“Yours is a forest of pure dedication to Jenh,” Vénes noted. “Possibly the origin of the elemental goddess. Based upon what Arialla has written, that is a great affront to the emperor.”
Shu-Giri’s pink and green curls of hair bounced as he scoffed. He rolled onto his stomach to face the others, his curiosity piqued. “How can Jenh be such an affront to him? We enjoy the very unity that he so wrongly seeks through imperialism. The goddess has our thanks for that.”
Vénes brushed a lock of wavy, chocolate-brown hair face and held Shu-Giri’s gaze. “But her power has not passed among us without evoking jealousy both deep and dark.”
Shu-Giri took in the sorcerer’s features as he pondered his words. This new visitor wore his thick lengths of hair back, though some strands fell across his face, constantly needed to be pushed back. What with the rich olive tone to his skin, and his shining pine-green eyes, he seemed to have descended from a line of desert elves. Shu-Giri assumed that his guest what not as accustomed to laughter and play as he himself was; he was somehow grim, overshadowed by secrets that he kept close to his heart.
Crystalline light scattered across the room, some of it falling on Vénes as though willfully trying to lighten his appearance. Shu-Giri was already intrigued by the sorcerer, and determined that he must unravel whatever path his life had led him down to make him so serious.
“Methinks you are too innocent to realize what I am trying to tell you,” Vénes continued in a voice like velvet.
Shu-Giri did not argue, but turned to his old friend. “Mearrk’hal, what wondrous things have you brought such company to tell me? You speak of worry for Arialla, whose emperor would rule all of Manastaecies, even my own forest. How can you concern yourself with those who would so cruelly attack us?”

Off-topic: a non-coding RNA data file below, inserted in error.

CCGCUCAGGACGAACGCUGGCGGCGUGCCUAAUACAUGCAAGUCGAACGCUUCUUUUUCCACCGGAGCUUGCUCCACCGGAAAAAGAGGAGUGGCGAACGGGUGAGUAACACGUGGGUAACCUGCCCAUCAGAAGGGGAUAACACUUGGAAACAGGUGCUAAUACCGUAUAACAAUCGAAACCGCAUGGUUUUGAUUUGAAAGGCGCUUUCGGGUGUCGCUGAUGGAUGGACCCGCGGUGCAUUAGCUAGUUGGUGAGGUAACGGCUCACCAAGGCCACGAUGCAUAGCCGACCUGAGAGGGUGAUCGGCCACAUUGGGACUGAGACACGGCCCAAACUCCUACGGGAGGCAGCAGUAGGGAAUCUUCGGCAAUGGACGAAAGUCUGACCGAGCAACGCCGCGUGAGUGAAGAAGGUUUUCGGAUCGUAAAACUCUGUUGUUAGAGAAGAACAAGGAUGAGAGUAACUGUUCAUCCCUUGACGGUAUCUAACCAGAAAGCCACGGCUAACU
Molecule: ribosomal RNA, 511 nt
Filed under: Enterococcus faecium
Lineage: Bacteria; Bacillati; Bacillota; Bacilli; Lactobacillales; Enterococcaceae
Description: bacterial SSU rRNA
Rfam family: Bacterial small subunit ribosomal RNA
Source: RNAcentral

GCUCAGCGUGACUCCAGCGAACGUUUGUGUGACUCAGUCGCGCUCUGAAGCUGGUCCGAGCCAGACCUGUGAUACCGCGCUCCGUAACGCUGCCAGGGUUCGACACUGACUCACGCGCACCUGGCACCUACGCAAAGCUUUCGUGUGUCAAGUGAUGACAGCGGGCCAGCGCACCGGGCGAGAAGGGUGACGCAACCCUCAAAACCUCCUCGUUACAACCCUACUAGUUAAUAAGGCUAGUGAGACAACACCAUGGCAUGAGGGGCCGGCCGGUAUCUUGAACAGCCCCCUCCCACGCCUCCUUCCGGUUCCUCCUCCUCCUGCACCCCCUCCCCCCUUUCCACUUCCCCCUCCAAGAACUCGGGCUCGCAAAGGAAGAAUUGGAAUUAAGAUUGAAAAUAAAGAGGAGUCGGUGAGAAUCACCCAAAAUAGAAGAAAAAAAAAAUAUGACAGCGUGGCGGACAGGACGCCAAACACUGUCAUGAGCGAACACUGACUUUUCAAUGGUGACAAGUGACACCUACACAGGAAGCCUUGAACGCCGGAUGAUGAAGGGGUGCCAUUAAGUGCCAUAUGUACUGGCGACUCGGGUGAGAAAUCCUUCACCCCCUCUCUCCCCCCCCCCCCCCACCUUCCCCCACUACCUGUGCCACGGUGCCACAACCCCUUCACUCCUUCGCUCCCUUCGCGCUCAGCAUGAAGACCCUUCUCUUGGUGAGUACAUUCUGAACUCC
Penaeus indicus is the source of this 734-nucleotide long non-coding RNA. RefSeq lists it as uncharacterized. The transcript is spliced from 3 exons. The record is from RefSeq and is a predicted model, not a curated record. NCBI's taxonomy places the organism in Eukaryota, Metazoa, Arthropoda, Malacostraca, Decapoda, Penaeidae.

Mearrk’hal frowned. “How can you believe that Arialla would willfully attack Jzamneh? Z’Lé has wrested control of the kingdom from her. She cannot stop his conquest any more than she can roam freely in her own palace. He is now cruel to her, forceful and demanding.” The urgency of communicating what darkness he’d sensed in her letter filled his voice. His brow bent into wrinkles that the other did not fail to notice.
“Can you really insist that she cannot pull back his hand? The royal bloodline is hers, therefore she has power over any king when considering Onsira.”
Mearrk’hal began to explain what Arialla had written about the prince being Jenh’s champion.
Vénes watched them both as they spoke, his mind racing with ideas. He understood that all of them were missing too many facts to truly understand the darkness threatening Manastaecies. Although Arialla had written about the hero of legend and the dark forces with which Z’Lé had allied himself, Mearrk’hal and his sons had yet to see any of it for themselves. Shu-Giri knew nothing about the prince’s apparent destiny, but he was trying to help this magical forest defend itself.
This was their chance to see those forces for himself, Vénes realized. He could see what they were asking for help in fighting back, and ensure that all of the forces they were summoning were truly necessary. He had to verify that the darkness spreading across the continent was because Métius had found a way to reach out from the Abyss to take what he desired.
“Shu-Giri, may we visit the entrance that the Emperor’s army is attacking?” the sorcerer asked.
Shu-Giri paused mid-sentence and looked from Mearrk’hal to him. “I have no quarrels.” He replied, “but I expect that you shall explain what you mean by all this talk of the wondrous goddess and her champion. At this point in history, I fail to see how he could come from the empire.”